Tuesday, April 13, 2021




I had a friend in Newfoundland that use to call bought bread, baker’s fog.   His wife made bread the old fashion way almost every day.


We started making our own bread about 1986.  We were teaching school in an Athabaskan Indian village about 150 miles north of Fairbanks. Alaska.   My wife and I together taught grades kindergarten through six.  The planning involved left very little time for bread making, or anything else, so a bread machine was the answer.


Our first machine was a DAK we bought before returning to the village for the second year. 

This was before the internet, so there was no buying on line.  The machine made passable bread, but the loafs were round.   We have always referred to that first machine as R2-D2. 


About eight years later, in the nineties, we bought our second bread machine, a Breadman Ultra, and it made great bread.

  We have gone through two Breadman machines, and last year our last one bit the dust.  We ordered another Breadman, but it was a piece of garbage and we returned it  


Now we have a Cuisinart and it is, in our opinion, the best we have owned.  




Today’s society requires instant gratification.   People buy bread machines, and if the bread doesn’t turn out the first few times they use it, they declare the breadmaker is at fault. 


Making consistently good bread with a bread machine requires some amount of practice.   When the ingrediency begin to mix, you need to know what a good dough looks like, and make adjustments.  Eventually you will have your recipe down pat and will make consistently good bread. 


We make one-and-a-half pound loafs, because the two-pound bread slices are too big for the toaster. 



Exact measurements are necessary.

1 1/8 cup of water goes into the bread pan

2 ½ tablespoons of olive oil are added

3 cups of all-purpose flower added (not bread flour.)

1 tablespoon of sugar on one side of the pan

1 teaspoon of salt on the other side of the pan

1 Teaspoon of Fleischmann’s yeast (not bread machine yeast or rapid yeast) in the middle of the pan.  

(recipes that came with our bread machine call for two or more teaspoons of yeast – this is not necessary – one teaspoon works great.)


We select the White Bread setting, 1 1/2 pound loaf

When the ingredients start to mix, wait a few minutes then scrape the sides of the bread pan to remove any sticky dough.   Our machine beeps just before the last kneading and we remove the bread pan, dump the dough on a flowered sheet and remove the paddle, kneed the dough a few times to shape a loaf and replace the dough in the bread pan and return it to the breadmaker. 


Cutting the bread is a skill I never mastered well and often resulted in slices too thick or too thin.  I have now found the solution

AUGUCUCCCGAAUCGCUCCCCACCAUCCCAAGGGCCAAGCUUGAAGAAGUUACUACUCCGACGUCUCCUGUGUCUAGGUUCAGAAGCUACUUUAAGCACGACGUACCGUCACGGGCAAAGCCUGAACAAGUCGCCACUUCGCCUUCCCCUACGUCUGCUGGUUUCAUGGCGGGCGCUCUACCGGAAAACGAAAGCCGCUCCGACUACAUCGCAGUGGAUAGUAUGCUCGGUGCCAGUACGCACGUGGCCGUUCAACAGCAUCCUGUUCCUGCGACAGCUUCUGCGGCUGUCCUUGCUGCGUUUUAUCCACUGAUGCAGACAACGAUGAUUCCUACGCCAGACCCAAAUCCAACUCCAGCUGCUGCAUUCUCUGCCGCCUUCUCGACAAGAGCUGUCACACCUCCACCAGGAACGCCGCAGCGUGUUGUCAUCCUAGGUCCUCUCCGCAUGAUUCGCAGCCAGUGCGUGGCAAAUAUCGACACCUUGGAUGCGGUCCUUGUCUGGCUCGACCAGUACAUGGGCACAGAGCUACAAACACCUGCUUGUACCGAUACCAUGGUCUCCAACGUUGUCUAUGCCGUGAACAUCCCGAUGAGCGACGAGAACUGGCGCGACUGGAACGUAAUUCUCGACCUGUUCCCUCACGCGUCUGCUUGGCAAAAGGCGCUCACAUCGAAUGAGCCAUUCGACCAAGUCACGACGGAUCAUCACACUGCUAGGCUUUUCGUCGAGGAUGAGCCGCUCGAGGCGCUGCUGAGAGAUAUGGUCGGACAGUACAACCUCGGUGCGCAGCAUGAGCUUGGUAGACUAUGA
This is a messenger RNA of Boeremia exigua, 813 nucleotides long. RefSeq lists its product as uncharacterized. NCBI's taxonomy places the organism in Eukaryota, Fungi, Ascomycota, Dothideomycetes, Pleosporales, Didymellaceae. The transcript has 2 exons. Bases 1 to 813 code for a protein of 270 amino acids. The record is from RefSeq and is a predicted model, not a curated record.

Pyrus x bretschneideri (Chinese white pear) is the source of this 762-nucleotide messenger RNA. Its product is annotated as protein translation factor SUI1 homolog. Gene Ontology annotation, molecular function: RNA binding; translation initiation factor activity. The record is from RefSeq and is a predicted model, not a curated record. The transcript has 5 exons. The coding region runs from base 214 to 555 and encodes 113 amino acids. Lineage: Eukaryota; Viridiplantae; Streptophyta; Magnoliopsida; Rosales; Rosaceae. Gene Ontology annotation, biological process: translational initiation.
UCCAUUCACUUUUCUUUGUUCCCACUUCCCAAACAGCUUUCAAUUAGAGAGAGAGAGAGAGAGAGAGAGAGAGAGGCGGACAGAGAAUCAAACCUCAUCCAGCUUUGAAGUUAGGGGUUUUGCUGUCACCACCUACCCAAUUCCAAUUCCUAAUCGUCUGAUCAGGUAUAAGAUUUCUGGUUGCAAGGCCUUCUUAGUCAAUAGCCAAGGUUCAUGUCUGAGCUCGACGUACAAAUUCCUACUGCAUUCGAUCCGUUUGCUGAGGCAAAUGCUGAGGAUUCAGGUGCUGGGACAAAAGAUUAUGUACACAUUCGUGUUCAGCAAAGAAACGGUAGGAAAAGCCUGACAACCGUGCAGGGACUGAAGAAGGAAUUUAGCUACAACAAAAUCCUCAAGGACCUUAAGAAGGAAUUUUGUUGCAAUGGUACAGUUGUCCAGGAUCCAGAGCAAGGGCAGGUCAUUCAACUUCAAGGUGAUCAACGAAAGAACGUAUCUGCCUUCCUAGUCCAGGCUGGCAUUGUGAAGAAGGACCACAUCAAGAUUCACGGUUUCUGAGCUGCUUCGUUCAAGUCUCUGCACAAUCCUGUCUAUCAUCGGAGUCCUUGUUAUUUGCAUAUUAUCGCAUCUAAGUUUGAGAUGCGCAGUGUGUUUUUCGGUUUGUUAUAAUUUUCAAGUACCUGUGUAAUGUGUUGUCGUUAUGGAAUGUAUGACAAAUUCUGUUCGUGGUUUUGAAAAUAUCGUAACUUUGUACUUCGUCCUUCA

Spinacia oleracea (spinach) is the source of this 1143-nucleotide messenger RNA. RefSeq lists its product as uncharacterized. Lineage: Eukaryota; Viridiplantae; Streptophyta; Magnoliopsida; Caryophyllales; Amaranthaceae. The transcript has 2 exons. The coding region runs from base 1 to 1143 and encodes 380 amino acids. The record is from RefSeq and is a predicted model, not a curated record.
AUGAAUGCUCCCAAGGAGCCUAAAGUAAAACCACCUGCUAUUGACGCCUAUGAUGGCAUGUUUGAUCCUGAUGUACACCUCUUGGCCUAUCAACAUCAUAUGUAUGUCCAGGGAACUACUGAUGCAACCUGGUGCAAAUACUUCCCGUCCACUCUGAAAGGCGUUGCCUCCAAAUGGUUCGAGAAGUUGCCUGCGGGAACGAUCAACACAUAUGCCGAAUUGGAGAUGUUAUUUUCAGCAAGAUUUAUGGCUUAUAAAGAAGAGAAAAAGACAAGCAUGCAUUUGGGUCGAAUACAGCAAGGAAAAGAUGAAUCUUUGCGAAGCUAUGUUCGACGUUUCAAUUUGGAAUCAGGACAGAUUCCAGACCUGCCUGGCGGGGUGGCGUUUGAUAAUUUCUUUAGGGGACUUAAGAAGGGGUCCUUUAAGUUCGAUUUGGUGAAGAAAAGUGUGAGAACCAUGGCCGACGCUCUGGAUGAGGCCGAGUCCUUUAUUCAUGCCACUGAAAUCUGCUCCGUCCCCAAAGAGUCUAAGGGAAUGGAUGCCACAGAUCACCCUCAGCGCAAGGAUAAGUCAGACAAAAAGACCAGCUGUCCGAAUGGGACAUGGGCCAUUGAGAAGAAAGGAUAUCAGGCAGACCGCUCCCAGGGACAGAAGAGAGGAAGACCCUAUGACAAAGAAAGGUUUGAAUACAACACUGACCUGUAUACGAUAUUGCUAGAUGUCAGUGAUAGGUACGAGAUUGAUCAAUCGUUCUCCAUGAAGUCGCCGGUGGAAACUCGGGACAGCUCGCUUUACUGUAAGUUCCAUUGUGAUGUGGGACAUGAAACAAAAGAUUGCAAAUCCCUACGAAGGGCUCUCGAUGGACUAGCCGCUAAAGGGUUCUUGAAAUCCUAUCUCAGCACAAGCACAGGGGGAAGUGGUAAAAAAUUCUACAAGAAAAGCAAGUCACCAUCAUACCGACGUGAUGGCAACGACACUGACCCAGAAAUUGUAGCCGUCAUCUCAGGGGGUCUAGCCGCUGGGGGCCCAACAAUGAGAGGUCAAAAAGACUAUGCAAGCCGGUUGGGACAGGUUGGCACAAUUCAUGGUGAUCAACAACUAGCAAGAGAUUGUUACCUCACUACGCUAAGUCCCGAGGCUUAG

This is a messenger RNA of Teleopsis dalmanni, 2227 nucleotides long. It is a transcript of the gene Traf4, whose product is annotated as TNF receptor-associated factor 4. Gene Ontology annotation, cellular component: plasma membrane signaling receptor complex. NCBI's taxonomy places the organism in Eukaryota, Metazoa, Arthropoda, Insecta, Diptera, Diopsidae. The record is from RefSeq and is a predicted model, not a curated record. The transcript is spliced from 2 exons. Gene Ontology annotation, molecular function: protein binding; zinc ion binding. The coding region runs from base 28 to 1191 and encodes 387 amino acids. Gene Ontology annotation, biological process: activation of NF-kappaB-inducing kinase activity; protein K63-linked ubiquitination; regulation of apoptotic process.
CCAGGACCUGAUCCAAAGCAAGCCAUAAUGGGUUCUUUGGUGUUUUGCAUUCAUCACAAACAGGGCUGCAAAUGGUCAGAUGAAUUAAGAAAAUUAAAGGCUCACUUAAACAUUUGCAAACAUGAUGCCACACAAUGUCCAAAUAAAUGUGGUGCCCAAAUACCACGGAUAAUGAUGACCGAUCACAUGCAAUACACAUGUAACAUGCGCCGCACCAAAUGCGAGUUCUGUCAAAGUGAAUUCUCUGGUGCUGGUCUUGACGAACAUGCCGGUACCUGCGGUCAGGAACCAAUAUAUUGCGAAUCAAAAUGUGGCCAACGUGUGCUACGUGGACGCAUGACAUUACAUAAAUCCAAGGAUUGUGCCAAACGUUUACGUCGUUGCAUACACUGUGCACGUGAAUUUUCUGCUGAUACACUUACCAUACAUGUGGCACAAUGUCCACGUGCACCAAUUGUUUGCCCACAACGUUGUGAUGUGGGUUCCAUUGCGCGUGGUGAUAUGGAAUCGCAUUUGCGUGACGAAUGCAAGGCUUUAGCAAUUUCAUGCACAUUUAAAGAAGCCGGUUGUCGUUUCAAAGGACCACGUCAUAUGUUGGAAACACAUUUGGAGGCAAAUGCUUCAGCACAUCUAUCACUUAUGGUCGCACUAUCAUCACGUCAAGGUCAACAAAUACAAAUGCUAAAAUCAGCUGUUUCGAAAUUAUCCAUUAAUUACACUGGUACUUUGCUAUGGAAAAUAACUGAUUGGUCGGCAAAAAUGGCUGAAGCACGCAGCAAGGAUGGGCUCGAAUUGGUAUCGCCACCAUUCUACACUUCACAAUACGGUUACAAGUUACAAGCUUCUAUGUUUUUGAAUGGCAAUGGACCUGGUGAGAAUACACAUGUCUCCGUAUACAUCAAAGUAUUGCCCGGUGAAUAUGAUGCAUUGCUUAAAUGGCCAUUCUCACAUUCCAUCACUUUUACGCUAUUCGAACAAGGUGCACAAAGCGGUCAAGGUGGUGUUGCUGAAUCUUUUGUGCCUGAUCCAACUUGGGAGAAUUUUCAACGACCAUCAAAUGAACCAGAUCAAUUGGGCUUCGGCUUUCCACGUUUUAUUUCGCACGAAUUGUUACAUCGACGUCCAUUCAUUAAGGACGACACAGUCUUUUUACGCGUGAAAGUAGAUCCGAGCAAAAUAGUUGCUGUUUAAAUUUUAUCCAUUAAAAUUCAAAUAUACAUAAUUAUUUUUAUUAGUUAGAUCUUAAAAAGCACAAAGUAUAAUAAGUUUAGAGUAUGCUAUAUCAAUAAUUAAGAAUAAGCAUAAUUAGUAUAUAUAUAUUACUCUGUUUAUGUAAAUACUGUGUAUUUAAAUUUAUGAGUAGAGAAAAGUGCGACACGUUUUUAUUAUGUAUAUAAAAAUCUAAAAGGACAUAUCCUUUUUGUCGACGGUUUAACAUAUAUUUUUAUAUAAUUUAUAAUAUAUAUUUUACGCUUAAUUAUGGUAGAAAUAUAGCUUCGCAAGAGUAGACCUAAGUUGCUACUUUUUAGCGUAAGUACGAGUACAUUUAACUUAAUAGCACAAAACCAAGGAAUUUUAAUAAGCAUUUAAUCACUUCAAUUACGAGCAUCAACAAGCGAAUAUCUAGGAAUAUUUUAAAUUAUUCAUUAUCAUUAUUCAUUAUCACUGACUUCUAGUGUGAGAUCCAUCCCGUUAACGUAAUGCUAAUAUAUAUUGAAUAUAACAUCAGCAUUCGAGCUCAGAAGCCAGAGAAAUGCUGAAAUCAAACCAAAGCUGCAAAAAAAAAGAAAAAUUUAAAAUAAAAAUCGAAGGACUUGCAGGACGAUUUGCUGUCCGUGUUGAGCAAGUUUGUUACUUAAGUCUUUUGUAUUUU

Bambusi bamboo bread slicer.

I am still working on perfection, but again anything done well takes practice.    

the Ol'Buzzard 





  1. Never used a bread machine. The S.O. has mastered sourdough and does it the old-fashioned way. I do yeast breads occasionally and also do it with hand kneading. I figure I can use the exercise.

  2. We have never had great success with our bread machine.... often the bread is too dense. I may have to try your recipe and *try* to follow it exactly..... I think that is a part of the problem.... I have great difficulty following recipes.... because I like to fuss and adjust them to try to make something more interesting and entertaining..... but I do not think bread recipes are particularly forgiving to “experimenters” like myself. :)


  3. Thanks for the recipe & method. I was thinking about kicking our Cuisinart machine to the curb as I have yet to get a good loaf. Perhaps I was spoiled by our old one which was very much dump in the ingredients and walk away. I can make sourdough by hand. What trips me up is I'm the only one that likes sourdough, so I've come close to neglecting my starter to the point of no return.

    I got a bread knife with an adjustable arm that works fairly well. What really improved my slicing was learning to keep the knife in a straight line with my arm, not so I'm looking square at the loaf. And sometimes I slice half way through, rotate the loaf to its side and complete the cut.

  4. I tried your recipe yesterday - the first really good loaf I've gotten out of our Cuisinart machine :-) I'm not sure if it was the recipe differences from basic white loaf in the booklet, scraping corners while mixing, removing the paddle & kneading, or making 1 1/2 pound loaf instead of 2 pound loaf that made the difference. Thank You! (do you have any other bread recipes that you use frequently?)


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